During the indictment period, Lambert's cash expenditures far exceeded his reported income: in 1979, his income was $36,000, while cash expenditures totalled $132,098.31; in 1980, his income was $6,000, while cash expenditures totalled $134,265.44; in 1981, his income was $6,000, while cash expenditures totalled $100,820.79; in 1982, his income was $7,000, while cash expenditures totalled $34,160.21; and in 1983, his income was $30,000, while cash expenditures totalled $158,901.39
In Bianco, the defendant's contention that the government failed to negate the possibility of a cash hoard was rejected because there was no evidence to indicate that the defendant had such a cache. United States v. Bianco, 534 F.2d at 505. As the court explained,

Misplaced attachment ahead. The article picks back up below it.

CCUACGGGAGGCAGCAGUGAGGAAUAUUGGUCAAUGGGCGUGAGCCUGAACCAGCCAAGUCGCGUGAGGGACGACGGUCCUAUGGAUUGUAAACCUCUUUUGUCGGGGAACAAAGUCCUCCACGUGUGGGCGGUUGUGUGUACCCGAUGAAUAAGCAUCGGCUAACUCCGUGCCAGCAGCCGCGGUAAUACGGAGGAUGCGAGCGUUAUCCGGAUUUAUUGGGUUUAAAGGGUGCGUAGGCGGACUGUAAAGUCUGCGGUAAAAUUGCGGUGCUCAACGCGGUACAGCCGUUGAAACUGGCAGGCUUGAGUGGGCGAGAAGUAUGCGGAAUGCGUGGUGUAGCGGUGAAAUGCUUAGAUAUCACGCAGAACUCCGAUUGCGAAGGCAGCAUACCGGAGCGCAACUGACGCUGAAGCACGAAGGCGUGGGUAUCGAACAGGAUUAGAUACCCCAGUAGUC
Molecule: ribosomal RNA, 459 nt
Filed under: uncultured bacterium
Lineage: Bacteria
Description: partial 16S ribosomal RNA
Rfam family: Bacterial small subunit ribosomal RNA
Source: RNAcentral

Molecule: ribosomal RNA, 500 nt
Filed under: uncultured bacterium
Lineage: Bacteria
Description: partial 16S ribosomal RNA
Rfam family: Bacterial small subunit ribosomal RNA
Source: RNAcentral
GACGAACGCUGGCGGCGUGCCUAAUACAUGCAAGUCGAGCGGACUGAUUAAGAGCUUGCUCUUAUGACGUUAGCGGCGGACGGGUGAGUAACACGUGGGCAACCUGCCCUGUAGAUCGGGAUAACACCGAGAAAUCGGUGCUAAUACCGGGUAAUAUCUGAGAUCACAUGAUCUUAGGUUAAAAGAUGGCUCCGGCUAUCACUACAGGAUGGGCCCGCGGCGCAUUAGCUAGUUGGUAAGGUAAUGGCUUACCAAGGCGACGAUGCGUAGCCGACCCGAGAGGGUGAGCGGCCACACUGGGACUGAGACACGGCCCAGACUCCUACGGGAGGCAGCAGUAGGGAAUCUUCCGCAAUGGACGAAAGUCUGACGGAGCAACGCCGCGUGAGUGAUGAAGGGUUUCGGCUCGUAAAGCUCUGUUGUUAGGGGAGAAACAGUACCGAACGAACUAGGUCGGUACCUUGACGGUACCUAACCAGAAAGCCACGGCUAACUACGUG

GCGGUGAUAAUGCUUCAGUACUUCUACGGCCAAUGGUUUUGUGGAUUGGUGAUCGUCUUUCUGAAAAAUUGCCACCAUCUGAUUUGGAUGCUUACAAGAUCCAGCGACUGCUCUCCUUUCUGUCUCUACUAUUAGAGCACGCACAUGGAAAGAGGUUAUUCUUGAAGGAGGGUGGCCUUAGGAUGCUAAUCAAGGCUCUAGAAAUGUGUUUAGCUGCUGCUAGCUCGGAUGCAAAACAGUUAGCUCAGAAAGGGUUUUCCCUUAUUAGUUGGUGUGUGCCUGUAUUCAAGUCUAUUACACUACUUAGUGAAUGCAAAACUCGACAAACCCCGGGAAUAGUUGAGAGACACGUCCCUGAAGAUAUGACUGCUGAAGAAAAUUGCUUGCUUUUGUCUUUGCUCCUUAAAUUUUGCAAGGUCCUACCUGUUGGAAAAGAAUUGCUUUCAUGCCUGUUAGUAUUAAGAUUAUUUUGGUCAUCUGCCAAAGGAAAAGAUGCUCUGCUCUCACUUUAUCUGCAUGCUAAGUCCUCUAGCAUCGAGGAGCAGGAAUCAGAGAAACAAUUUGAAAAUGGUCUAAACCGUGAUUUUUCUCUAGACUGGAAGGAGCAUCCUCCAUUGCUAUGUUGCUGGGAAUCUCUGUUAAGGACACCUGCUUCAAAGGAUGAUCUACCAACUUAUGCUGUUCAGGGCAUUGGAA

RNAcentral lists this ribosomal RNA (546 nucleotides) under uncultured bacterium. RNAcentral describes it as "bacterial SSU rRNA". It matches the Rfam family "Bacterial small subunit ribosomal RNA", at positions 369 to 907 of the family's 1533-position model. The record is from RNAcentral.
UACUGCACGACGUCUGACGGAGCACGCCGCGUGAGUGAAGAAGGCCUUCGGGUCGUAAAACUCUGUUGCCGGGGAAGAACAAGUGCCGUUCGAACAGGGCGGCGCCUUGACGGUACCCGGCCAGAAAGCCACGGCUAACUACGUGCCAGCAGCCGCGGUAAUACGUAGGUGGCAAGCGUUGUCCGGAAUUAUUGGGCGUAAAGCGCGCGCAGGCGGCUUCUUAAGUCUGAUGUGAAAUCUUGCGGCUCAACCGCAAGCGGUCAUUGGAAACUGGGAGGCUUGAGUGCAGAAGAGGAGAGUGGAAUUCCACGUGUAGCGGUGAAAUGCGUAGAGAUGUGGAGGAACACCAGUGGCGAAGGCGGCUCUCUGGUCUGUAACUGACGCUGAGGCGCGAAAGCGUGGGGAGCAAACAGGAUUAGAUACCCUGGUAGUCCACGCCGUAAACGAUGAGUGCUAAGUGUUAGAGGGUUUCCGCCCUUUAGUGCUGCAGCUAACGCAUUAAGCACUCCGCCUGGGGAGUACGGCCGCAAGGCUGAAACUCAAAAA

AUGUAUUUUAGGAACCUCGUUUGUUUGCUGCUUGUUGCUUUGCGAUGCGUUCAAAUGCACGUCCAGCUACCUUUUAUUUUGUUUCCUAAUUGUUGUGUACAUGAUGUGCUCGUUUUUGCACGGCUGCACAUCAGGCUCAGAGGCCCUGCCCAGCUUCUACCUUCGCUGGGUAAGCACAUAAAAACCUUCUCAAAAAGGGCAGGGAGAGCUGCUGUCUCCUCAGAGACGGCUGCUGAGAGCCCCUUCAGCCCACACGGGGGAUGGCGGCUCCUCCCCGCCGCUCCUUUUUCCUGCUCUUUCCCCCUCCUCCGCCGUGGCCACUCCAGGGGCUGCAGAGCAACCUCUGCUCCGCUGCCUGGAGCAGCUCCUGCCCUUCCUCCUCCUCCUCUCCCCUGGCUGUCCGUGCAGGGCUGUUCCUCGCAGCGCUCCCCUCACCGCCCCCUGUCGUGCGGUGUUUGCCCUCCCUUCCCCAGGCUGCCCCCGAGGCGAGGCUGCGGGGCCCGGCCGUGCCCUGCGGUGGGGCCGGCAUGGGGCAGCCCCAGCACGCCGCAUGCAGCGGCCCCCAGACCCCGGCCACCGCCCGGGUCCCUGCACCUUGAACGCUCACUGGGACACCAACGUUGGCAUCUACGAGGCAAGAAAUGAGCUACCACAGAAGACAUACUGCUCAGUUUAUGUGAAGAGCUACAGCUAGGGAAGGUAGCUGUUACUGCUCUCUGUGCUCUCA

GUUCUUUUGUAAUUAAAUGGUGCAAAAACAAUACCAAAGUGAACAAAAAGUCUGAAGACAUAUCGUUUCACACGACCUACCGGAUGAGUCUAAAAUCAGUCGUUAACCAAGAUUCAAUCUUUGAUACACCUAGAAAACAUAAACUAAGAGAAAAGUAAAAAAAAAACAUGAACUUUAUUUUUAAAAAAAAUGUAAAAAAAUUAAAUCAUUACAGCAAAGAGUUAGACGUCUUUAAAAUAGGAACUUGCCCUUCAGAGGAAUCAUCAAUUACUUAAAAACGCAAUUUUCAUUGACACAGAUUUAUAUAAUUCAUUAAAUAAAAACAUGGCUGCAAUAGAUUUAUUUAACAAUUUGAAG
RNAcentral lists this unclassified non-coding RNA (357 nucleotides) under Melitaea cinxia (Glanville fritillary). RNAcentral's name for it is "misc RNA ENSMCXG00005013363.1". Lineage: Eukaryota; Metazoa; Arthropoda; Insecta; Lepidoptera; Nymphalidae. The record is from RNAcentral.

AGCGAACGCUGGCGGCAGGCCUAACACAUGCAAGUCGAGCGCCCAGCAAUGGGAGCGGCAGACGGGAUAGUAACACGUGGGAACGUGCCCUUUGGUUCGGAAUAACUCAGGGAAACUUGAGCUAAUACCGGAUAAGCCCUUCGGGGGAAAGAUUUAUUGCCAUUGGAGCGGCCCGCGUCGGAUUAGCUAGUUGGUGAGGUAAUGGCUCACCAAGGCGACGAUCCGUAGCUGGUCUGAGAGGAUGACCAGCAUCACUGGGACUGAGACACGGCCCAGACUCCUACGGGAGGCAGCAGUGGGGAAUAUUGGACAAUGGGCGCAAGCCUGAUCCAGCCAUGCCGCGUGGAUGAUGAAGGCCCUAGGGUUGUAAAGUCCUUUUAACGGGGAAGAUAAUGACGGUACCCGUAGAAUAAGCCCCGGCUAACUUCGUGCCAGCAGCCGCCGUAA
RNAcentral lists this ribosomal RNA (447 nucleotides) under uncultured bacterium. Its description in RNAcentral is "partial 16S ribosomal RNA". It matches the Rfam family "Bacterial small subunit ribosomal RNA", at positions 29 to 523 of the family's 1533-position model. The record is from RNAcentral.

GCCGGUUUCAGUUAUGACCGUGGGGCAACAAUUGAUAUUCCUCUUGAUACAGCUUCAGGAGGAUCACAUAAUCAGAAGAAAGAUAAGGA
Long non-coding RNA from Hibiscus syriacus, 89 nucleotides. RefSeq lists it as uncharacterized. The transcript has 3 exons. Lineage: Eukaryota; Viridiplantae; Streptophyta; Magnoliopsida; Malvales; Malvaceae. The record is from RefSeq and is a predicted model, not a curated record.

[o]f course, as in any criminal prosecution, the defendant is under no obligation to prove any particular set of facts, including the existence of a non-taxable source, such as a 'cash hoard' from which his expenditures were made. But once the government has introduced sufficient evidence from which the jury could conclude with reasonable certainty that no such assets existed, the defendant remains silent at his own peril.
Id. at 505-06 (citations omitted).
This court recently clarified the meaning of the term "preferred order of proof" as it pertains to the admission of co-conspirator hearsay. In United States v. Hernandez, 829 F.2d 988 (10th Cir. 1987), we stated that the "preferred order of proof" simply refers to the requirement that the trial court make the requisite factual determination of the existence of a conspiracy prior to allowing co-conspirator hearsay statements to be heard by the jury. Id. at 994 n. 6. We further stated that "this order of proof does not involve a right to a pretrial hearing on admissibility, and in no way precludes the trial judge from exercising his considerable discretion and conditionally admitting the statements subject to later being connected up." Id